Computing Overtime

Editor's Note: Many variations on time-and-a-half.

Michael CardmanOverview: When an employee is paid just a single hourly rate, overtime laws make it easy enough to calculate overtime. But things get a little more complicated when different employment arrangements are involved.

For example, employers must take special care when calculating how much overtime nonexempt employees are entitled to if they are paid pay bonuses, day rates, salaries, piece rates, or on-call pay.

Also, employees who work at two or more different types of work for which different rates have been established must be paid a weighted average of those two rates.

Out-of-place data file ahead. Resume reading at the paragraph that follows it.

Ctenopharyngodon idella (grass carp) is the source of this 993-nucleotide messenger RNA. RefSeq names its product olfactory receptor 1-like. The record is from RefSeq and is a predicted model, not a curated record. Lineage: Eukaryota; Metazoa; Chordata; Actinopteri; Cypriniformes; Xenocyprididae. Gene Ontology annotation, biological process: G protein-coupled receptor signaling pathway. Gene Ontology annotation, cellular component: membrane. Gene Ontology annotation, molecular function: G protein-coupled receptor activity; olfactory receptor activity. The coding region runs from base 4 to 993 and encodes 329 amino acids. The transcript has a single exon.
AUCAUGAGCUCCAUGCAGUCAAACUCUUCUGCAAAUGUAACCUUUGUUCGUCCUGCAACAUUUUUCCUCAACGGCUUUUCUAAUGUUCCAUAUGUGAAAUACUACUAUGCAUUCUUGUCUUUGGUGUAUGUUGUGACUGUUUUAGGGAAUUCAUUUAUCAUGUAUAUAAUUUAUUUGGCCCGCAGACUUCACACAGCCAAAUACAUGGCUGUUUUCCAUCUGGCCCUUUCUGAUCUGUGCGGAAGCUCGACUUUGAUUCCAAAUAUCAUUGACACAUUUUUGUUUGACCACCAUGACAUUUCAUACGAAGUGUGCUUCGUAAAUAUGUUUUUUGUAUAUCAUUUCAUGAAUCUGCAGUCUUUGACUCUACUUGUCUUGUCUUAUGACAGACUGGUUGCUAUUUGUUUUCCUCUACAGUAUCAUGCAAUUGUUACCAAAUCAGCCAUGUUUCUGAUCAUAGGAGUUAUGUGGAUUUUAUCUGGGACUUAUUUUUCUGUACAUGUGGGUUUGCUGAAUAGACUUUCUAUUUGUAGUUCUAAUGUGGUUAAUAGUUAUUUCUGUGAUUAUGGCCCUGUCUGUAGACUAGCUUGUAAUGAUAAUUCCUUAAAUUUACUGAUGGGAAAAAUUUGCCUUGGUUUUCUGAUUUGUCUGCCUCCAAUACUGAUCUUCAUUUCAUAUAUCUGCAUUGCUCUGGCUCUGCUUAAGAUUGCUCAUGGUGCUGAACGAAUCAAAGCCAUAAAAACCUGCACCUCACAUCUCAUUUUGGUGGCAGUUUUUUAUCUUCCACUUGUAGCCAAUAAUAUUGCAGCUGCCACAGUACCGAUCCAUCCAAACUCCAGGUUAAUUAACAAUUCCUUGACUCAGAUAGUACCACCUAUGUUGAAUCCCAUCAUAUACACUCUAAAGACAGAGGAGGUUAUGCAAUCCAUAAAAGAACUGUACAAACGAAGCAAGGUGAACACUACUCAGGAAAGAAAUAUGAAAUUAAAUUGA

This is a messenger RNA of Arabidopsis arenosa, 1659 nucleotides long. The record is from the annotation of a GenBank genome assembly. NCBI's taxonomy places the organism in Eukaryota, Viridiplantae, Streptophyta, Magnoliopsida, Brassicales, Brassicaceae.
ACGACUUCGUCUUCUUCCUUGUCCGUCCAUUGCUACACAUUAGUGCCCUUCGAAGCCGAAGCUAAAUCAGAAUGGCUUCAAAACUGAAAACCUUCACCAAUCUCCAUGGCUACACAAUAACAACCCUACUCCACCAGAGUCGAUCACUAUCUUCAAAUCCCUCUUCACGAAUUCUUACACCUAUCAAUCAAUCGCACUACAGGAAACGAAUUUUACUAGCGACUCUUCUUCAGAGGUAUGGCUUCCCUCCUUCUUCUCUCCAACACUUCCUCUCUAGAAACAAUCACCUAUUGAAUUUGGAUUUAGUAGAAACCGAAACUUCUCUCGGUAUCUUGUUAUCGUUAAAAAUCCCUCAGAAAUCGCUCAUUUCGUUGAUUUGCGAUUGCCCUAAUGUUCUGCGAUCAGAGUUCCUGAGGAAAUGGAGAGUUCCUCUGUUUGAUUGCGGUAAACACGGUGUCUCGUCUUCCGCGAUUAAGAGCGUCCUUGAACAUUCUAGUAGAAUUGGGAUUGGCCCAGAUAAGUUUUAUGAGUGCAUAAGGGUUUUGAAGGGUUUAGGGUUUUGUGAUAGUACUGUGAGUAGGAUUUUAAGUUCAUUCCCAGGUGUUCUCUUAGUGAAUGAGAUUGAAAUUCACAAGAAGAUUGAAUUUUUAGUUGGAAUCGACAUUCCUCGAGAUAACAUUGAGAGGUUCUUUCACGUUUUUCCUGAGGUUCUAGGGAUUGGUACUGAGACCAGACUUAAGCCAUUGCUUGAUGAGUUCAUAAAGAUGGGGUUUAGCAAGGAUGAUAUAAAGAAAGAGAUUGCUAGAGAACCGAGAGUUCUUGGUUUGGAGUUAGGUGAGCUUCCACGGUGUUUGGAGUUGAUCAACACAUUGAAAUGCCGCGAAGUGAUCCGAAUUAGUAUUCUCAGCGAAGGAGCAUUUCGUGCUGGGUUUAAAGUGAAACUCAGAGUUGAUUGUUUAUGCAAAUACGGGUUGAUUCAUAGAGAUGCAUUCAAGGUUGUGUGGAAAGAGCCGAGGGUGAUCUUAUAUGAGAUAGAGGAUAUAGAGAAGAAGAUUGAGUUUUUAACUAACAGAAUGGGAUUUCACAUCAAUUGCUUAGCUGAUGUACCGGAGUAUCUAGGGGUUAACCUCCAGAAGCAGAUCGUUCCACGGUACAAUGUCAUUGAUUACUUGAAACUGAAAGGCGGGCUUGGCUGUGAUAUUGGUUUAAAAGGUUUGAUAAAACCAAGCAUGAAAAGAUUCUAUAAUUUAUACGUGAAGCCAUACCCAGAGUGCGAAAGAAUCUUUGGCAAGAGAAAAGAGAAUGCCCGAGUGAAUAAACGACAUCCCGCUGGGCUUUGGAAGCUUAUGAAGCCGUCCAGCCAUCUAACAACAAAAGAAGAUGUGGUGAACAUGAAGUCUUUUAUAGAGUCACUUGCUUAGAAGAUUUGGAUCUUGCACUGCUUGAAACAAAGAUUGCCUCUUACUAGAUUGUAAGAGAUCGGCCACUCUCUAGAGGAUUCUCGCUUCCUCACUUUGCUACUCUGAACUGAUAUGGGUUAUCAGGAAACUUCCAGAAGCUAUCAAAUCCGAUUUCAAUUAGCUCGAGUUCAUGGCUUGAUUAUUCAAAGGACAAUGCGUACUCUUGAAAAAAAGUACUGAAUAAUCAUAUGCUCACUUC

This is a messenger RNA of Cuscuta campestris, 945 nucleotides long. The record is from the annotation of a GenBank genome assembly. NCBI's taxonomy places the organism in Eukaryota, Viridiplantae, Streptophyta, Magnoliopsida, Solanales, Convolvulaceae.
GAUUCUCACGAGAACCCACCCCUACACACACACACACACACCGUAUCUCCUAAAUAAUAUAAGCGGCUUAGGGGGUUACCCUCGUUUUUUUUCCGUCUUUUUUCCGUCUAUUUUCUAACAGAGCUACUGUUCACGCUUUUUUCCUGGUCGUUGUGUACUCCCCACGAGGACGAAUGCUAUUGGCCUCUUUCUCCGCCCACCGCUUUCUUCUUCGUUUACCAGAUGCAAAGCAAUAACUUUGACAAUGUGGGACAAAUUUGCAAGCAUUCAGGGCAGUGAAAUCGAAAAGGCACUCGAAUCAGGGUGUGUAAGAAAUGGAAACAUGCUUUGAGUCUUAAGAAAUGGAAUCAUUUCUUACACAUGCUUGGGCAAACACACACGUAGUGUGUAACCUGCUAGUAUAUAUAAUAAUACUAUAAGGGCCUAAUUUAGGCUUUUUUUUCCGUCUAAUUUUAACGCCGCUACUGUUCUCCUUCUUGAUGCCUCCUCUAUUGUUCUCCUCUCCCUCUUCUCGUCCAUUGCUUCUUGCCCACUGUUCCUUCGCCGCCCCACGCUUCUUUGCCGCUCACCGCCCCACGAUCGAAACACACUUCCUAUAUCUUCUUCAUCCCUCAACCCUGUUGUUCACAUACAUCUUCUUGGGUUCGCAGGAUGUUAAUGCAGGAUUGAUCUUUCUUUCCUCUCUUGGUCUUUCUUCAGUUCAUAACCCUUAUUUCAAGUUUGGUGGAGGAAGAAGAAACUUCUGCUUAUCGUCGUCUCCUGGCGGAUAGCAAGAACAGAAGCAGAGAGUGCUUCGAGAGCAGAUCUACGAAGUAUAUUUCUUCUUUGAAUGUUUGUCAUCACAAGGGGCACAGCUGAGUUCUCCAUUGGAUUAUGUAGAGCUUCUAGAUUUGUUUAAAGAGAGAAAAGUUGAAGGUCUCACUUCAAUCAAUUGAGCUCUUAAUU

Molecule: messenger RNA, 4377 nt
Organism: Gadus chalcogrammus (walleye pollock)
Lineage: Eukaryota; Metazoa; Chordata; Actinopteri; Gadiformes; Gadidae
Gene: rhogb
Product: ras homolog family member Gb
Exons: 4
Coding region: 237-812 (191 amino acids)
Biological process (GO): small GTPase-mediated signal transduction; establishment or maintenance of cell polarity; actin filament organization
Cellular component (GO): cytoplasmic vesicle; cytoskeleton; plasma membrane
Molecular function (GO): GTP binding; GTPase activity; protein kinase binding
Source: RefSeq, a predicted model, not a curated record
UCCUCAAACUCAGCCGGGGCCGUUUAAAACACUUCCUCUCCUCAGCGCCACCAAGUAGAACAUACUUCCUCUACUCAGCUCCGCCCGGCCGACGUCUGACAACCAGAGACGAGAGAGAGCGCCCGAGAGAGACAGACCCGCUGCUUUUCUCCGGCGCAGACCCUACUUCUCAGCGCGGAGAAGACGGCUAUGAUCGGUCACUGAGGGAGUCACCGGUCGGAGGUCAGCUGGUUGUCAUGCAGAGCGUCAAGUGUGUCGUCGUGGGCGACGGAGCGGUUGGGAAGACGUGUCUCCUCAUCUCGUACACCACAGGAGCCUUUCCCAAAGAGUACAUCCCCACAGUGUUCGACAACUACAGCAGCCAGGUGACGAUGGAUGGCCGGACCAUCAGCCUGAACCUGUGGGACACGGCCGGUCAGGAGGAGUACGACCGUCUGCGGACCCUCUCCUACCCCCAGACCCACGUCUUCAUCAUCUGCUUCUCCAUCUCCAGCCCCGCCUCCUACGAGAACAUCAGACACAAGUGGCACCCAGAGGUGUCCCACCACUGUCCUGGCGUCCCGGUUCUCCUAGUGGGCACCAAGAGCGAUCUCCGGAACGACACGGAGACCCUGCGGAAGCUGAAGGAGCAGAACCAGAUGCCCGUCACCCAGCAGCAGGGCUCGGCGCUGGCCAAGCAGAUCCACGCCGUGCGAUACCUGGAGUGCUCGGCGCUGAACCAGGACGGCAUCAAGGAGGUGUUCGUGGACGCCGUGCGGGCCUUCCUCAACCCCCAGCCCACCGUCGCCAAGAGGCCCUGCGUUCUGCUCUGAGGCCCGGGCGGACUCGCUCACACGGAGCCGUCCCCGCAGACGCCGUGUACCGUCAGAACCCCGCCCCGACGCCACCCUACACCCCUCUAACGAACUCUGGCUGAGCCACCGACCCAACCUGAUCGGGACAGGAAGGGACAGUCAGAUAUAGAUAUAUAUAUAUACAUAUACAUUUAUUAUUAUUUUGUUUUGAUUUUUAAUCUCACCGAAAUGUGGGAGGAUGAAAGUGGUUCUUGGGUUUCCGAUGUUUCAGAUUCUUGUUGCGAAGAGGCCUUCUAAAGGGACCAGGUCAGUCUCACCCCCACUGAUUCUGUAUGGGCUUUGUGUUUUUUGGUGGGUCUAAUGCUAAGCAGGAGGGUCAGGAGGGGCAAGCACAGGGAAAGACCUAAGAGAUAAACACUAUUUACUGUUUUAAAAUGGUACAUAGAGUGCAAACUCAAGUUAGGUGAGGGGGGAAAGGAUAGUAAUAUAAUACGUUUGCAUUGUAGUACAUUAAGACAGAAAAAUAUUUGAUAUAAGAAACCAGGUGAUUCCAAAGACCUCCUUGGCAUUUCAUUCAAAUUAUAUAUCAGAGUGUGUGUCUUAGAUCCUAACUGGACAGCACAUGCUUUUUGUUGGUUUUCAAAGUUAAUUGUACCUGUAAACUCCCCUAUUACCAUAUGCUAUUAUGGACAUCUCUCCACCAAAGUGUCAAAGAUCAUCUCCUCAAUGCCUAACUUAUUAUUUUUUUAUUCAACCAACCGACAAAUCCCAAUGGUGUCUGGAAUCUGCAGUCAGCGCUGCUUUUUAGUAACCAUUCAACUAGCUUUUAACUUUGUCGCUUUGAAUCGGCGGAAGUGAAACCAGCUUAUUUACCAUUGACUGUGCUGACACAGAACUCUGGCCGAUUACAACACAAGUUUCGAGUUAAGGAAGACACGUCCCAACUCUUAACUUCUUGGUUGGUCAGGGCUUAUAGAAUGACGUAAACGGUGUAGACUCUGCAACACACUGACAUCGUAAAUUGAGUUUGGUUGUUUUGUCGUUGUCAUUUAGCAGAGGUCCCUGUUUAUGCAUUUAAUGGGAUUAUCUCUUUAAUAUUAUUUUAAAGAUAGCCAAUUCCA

Trends: More and more employers are outsourcing payroll or using HRIS systems that automate the calculation of overtime. It's important for HR to familiarize itself with different types of overtime, so it can spot any potential trouble spots that a third party payroll provider or software system might overlook.

Author: Michael Cardman, Legal Editor

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